Shoppers Tip: If there are a great deal of needles around all the trees on the lot, you might want to think about shopping elsewhere.

Although we can’t take of your Christmas tree inside, we can take care of your lawn outside. For more information about how we can create your dream lawn, visit us at StoneCreekGA.com.

 

Halloween is a time to trick or treat, dress up and carve pumpkins. However, what should one do with that pumpkin once Halloween has come to an end? We found some great ideas from PumpkinPatchesandMore.org. A few of include:

 

  • Put it in the compost heap – it will make good fertilizer
  • Bury it in the garden – it will decay quickly and enrich the soil
  • Wash, dry and save the seeds to plant next year (they will grow!)
  • Wash and roast the seeds – they make good eating.
  • Dump it in the trash, if you haven’t got a garden

Being in the landscape business, we also love this idea of a pumpkin planter.

A Pumpkin Planter

This is a great use for a carved or un-carved pumpkin – anything that adds a little natural beapumpkin-planter-2uty to the yard is a win to us. Head down to your local nursery, pick up some annuals, and use your pumpkin as the planter! It will be a festive decoration for a few days, and then you can plant the whole thing right in the backyard. The pumpkin will naturally compost and provide fertilizer for your plant. If your pumpkin is un-carved, cut off the top and remove the seeds, guts and flesh from inside. Set them aside and save for later (if you have a carved pumpkin, skip this step). Simply pack some potting soil into your pumpkin until it is about one-third full. You may need to do some extra packing to keep the soil from falling out of your jack-o-lantern’s face. Place your plant into the pumpkin, and fill it out with more potting soil. You can dig a small hole and plant the whole thing right away, or leave it on the porch for a few days for decoration. Depending on where you call home, it may be a little chilly for planting. But if you haven’t seen your first frost, give this one a whirl.*

And did you also know …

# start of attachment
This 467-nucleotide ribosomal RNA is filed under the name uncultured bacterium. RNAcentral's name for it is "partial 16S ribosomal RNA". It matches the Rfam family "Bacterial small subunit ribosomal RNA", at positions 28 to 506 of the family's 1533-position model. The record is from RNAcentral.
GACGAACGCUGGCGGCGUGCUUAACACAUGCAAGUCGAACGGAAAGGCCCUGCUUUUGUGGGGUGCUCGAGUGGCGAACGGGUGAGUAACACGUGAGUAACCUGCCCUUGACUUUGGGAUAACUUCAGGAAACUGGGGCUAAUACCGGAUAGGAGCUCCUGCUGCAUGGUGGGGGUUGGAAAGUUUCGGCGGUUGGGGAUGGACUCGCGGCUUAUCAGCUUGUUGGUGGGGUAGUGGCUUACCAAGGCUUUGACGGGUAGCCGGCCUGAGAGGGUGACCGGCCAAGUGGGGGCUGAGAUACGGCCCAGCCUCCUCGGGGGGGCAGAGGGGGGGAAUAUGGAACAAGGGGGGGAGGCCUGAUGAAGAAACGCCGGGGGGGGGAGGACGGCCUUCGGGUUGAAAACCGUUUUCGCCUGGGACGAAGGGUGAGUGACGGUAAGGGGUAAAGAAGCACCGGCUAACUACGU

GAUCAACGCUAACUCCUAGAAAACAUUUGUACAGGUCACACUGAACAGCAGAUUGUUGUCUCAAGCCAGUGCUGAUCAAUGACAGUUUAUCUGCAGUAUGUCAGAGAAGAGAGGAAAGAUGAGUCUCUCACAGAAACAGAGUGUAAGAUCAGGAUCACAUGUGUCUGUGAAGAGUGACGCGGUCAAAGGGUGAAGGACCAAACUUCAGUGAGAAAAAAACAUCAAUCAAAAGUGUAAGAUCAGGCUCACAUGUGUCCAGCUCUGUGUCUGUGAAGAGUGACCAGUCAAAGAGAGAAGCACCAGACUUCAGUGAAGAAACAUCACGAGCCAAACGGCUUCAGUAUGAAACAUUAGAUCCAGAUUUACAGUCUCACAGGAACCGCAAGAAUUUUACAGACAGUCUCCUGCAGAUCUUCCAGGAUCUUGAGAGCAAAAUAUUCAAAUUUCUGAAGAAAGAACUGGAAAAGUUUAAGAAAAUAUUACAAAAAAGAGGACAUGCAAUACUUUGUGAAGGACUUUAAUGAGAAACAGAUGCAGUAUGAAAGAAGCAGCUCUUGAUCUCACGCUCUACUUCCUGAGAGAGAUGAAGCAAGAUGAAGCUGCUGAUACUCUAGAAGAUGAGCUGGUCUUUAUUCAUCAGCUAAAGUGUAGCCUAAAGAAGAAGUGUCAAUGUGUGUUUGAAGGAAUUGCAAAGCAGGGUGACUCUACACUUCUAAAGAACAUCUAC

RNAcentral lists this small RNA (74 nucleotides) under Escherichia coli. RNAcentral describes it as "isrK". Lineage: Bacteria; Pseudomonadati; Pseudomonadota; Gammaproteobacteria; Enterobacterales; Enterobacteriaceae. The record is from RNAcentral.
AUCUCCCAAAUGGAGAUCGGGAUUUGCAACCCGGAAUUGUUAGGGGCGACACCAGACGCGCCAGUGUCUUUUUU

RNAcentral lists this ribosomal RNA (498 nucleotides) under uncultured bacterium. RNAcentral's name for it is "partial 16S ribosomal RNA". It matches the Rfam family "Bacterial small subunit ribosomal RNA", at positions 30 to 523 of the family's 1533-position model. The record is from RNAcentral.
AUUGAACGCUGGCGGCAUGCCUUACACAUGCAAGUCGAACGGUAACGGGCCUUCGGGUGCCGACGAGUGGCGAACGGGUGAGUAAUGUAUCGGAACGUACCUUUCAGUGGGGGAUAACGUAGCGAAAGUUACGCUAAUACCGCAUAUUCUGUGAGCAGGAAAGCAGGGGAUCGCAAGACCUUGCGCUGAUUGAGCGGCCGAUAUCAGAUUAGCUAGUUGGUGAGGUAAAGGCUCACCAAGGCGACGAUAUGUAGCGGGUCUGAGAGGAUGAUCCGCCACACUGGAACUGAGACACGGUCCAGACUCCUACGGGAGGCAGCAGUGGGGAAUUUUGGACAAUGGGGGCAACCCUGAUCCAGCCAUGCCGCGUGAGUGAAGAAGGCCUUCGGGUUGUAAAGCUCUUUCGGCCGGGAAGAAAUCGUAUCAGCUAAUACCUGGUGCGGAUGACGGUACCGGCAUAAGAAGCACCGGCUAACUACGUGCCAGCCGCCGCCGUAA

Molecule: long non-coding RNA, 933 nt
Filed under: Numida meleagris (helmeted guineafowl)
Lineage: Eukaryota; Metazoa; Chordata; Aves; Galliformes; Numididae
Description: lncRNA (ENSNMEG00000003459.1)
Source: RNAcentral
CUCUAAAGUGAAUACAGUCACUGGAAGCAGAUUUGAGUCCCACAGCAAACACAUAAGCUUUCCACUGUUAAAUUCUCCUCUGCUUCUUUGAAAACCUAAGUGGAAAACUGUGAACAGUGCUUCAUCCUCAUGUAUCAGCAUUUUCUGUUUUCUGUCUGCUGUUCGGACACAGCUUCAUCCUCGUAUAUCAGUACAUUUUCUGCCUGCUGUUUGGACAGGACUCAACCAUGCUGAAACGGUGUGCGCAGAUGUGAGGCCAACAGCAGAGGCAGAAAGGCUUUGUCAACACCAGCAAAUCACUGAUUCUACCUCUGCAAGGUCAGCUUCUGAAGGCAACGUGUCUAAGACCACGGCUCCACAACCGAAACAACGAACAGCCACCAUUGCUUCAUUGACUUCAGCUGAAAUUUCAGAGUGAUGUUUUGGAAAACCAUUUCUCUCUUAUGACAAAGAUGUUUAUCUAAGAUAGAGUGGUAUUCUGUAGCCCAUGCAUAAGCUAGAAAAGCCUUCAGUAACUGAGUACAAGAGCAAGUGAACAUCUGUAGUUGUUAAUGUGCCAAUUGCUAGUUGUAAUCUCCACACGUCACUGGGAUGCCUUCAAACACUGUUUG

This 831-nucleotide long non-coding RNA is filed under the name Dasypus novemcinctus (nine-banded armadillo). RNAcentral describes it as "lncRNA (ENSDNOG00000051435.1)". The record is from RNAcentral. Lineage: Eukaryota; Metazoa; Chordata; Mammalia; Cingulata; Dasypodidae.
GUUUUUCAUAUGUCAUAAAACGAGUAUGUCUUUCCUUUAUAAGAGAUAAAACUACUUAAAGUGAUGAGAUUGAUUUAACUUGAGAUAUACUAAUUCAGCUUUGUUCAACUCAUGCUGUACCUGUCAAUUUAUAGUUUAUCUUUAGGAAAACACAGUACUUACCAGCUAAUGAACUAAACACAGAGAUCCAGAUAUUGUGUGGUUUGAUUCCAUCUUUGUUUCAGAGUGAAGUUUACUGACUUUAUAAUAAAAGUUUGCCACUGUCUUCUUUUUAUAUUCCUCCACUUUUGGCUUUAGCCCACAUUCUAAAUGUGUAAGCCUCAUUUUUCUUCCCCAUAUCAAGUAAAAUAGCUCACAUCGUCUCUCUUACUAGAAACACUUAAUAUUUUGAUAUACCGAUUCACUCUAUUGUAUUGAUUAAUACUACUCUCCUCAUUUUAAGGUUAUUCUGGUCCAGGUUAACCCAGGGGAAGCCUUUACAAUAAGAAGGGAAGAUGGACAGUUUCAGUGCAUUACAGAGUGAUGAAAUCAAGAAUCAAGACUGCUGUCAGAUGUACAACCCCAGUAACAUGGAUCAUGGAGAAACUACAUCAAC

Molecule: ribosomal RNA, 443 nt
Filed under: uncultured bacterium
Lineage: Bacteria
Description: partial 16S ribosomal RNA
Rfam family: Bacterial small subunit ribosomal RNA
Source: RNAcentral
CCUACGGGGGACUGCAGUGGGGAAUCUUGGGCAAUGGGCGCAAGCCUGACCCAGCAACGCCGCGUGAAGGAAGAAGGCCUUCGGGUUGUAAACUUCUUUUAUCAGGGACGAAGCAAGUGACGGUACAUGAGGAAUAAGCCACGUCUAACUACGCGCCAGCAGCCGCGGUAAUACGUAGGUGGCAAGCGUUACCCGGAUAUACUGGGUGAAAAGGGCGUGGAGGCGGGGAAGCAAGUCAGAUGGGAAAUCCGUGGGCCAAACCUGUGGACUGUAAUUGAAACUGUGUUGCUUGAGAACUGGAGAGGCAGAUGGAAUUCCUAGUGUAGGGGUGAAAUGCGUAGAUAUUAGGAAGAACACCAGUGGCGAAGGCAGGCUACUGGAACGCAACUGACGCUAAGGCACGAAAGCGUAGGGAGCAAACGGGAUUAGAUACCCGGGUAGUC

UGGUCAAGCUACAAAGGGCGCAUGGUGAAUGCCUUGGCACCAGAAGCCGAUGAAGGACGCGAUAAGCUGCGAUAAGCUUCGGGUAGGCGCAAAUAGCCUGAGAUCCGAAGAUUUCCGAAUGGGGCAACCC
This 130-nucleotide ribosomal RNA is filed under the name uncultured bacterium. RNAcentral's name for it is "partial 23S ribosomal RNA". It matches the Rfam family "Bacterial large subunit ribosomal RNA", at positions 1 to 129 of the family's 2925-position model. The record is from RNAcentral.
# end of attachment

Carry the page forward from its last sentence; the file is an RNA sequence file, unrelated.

“Pumpkins are great for much more than carving! Pumpkins provide 53% of our vitamin A, 20% of our vitamin C, and 564 mg. of potassium.  So if you never got around to carving that pumpkin, you might want to cook your pumpkin!

The name pumpkin originated from “pepon” – the Greek word for “large melon.” Native Americans used pumpkin seeds for food and medicine. American colonists sliced off pumpkin tips; removed seeds and filled the insides with milk, spices and honey. This was baked in hot ashes and is the origin of our  pumpkin pie, although it is recorded that they also used pumpkins as an ingredient for the crust of pies, not the filling.”**

*Source: RedRiverMiner.com

**Source PumpkinPatchesandMore.org

 

 

 

In the South the temperatures are beginning to fall, and so are the leaves.

During this time, it is really important that you remove those leaves as quickly as possible. A thick layer of leaves will suffocate your lawn, not allowing adequate amounts of air, nutrients, and sunlight to reach your grass.

According to Spruce.com, raking the foliage truly is not just for tidiness, but also for lawn health. Here are 5 reasons you have probably heard about removing leaves, and guess what? The claims are all true!

1.That lawns, too, have to “breathe.” – True

2. The lawn will be smothered in a thick layer of unshredded leaves is left on top of them over the winter. – True

3. That such a layer can invite pests and diseases and can cause serious problems like snow mold and brown patch. – True

4. That such a layer forms a barrier that blocks water, nutrients, and a healthy air flow from getting down to the root system of your grass. – True

5. That, if the leaves are matted down, they can even keep new grass blades from emerging next spring. – True

So, if you find yourself with extra time this weekend, you just might want to tackle this project. If not, you can always call us at Stone Creek Landscaping, your full service lawn maintenance and landscapers!